15 June 2022 In General Health

BACKGROUND & AIMS: Biological age (BA) is the hypothetical underlying age of an organism and has been proposed as a more powerful predictor of health than chronological age (CA). The difference between BA and CA (Deltaage) reflects the rate of biological aging, with lower values indicating slowed-down aging. We sought to compare the relationship of four a priori-defined dietary patterns, including a traditional Mediterranean diet (MD) and three non-Mediterranean diets, with biological aging (Deltaage) among Italian adults. We also examined distinctive nutritional traits of these diets as potential mediators of such associations.

METHODS: Cross-sectional analysis on a sub-cohort of 4510 subjects (aged >/=35 y; 52.0% women) from the Moli-sani Study (enrolment, 2005-2010). Food intake was recorded by a 188-item semi-quantitative food-frequency questionnaire. A Mediterranean diet score (MDS) was used as exposure and compared with non-Mediterranean dietary patterns, i.e. DASH (Dietary Approaches to Stop Hypertension), Palaeolithic and the Nordic diets. A Deep Neural Network based on 36 blood biomarkers was used to compute BA and the resulting Deltaage (BA-CA), which was tested as outcome in multivariable linear regressions adjusted for clinical factors, lifestyles and sociodemographic factors.

RESULTS: In a multivariable-adjusted model, 1 standard deviation increase in the MDS was inversely associated with Deltaage (beta = -0.23; 95%CI -0.40, -0.07), and similar findings were observed with the DASH diet (beta = -0.17; 95%CI -0.33, -0.01). High dietary polyphenol content explained 29.8% (p = 0.04) and 65.8% (p = 0.02) of these associations, respectively, while other nutritional factors analysed (e.g. dietary fibre) were unlikely to be on the pathway. No significant associations were found with either the Palaeolithic or the Nordic diets.

CONCLUSIONS: Increasing adherence to either the traditional MD or the DASH diet was associated with delayed biological aging, possibly through their high polyphenol content.

15 June 2022 In Drinking Patterns

AIMS: To examine the association of alcohol consumption patterns with growth differentiation factor 15 (GDF-15) in older drinkers, separately among individuals with cardiovascular disease (CVD)/diabetes and those without them, as GDF-15 is a strong biomarker of chronic disease burden.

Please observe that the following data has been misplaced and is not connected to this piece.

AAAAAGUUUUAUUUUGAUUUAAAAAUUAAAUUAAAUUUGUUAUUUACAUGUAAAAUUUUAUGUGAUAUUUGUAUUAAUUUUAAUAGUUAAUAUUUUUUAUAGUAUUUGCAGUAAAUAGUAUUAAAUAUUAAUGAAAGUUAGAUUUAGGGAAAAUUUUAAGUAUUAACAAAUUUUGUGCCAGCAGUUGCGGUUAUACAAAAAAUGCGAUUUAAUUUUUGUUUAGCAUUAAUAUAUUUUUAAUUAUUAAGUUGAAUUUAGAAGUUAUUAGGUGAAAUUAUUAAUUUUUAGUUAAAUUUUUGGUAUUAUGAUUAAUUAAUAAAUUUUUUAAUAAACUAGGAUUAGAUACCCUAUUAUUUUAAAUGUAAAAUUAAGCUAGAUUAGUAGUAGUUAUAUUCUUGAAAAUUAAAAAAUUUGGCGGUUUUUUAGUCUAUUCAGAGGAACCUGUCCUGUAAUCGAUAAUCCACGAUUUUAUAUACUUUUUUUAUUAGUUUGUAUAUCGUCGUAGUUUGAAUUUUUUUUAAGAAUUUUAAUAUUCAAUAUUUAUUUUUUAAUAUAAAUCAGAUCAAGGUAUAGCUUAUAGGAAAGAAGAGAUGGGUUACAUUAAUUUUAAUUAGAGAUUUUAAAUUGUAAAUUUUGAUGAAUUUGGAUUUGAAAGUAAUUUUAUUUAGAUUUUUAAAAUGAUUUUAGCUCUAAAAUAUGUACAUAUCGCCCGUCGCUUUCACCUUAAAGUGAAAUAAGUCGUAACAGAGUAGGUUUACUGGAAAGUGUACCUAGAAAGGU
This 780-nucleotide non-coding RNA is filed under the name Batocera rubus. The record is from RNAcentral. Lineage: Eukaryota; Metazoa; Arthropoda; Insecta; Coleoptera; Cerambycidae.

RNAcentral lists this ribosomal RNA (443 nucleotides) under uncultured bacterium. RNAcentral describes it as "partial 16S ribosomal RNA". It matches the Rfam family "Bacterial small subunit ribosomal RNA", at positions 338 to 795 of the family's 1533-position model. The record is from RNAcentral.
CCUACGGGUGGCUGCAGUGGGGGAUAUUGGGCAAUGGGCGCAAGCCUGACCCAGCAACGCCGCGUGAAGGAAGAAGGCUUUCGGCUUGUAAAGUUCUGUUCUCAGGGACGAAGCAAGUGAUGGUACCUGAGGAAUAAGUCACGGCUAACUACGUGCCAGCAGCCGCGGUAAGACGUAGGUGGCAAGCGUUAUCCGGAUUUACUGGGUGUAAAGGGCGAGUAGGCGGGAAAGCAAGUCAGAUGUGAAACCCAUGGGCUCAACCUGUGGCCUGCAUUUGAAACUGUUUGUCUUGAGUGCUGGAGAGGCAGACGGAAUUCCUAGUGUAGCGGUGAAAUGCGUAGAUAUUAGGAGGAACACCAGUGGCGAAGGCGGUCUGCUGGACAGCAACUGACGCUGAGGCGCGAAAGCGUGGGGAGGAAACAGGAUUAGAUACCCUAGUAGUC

DESIGN: Cross-sectional study. SETTING: Population-based study in Madrid (Spain). PARTICIPANTS: A total of 2051 life-time drinkers aged 65+ years included in the Seniors-ENRICA-2 study in 2015-17. Participants' mean age was 71.4 years and 55.4% were men.

MEASUREMENTS: According to their average life-time alcohol intake, participants were classified as occasional ( 1.43-20 g/day; women: > 1.43-10 g/day), moderate-risk (men: > 20-40 g/day; women: > 10-20 g/day) and high-risk drinkers (men: > 40 g/day; women: > 20 g/day; or binge drinkers). We also ascertained wine preference (> 80% of alcohol derived from wine), drinking with meals and adherence to a Mediterranean drinking pattern (MDP) defined as low-risk drinking, wine preference and one of the following: drinking only with meals; higher adherence to the Mediterranean diet; or any of these.

FINDINGS: In participants without CVD/diabetes, GDF-15 increased by 0.27% [95% confidence interval (CI) = 0.06%, 0.48%] per 1 g/day increment in alcohol among high-risk drinkers, but there was no clear evidence of association in those with lower intakes or in the overall group, or across categories of alcohol consumption status. Conversely, among those with CVD/diabetes, GDF-15 rose by 0.19% (95% CI = 0.05%, 0.33%) per 1 g/day increment in the overall group and GDF-15 was 26.89% (95% CI = 12.93%, 42.58%) higher in high-risk versus low-risk drinkers. Drinking with meals did not appear to be related to GDF-15, but among those without CVD/diabetes, wine preference and adherence to the MDP were associated with lower GDF-15, especially when combined with high adherence to the Mediterranean diet.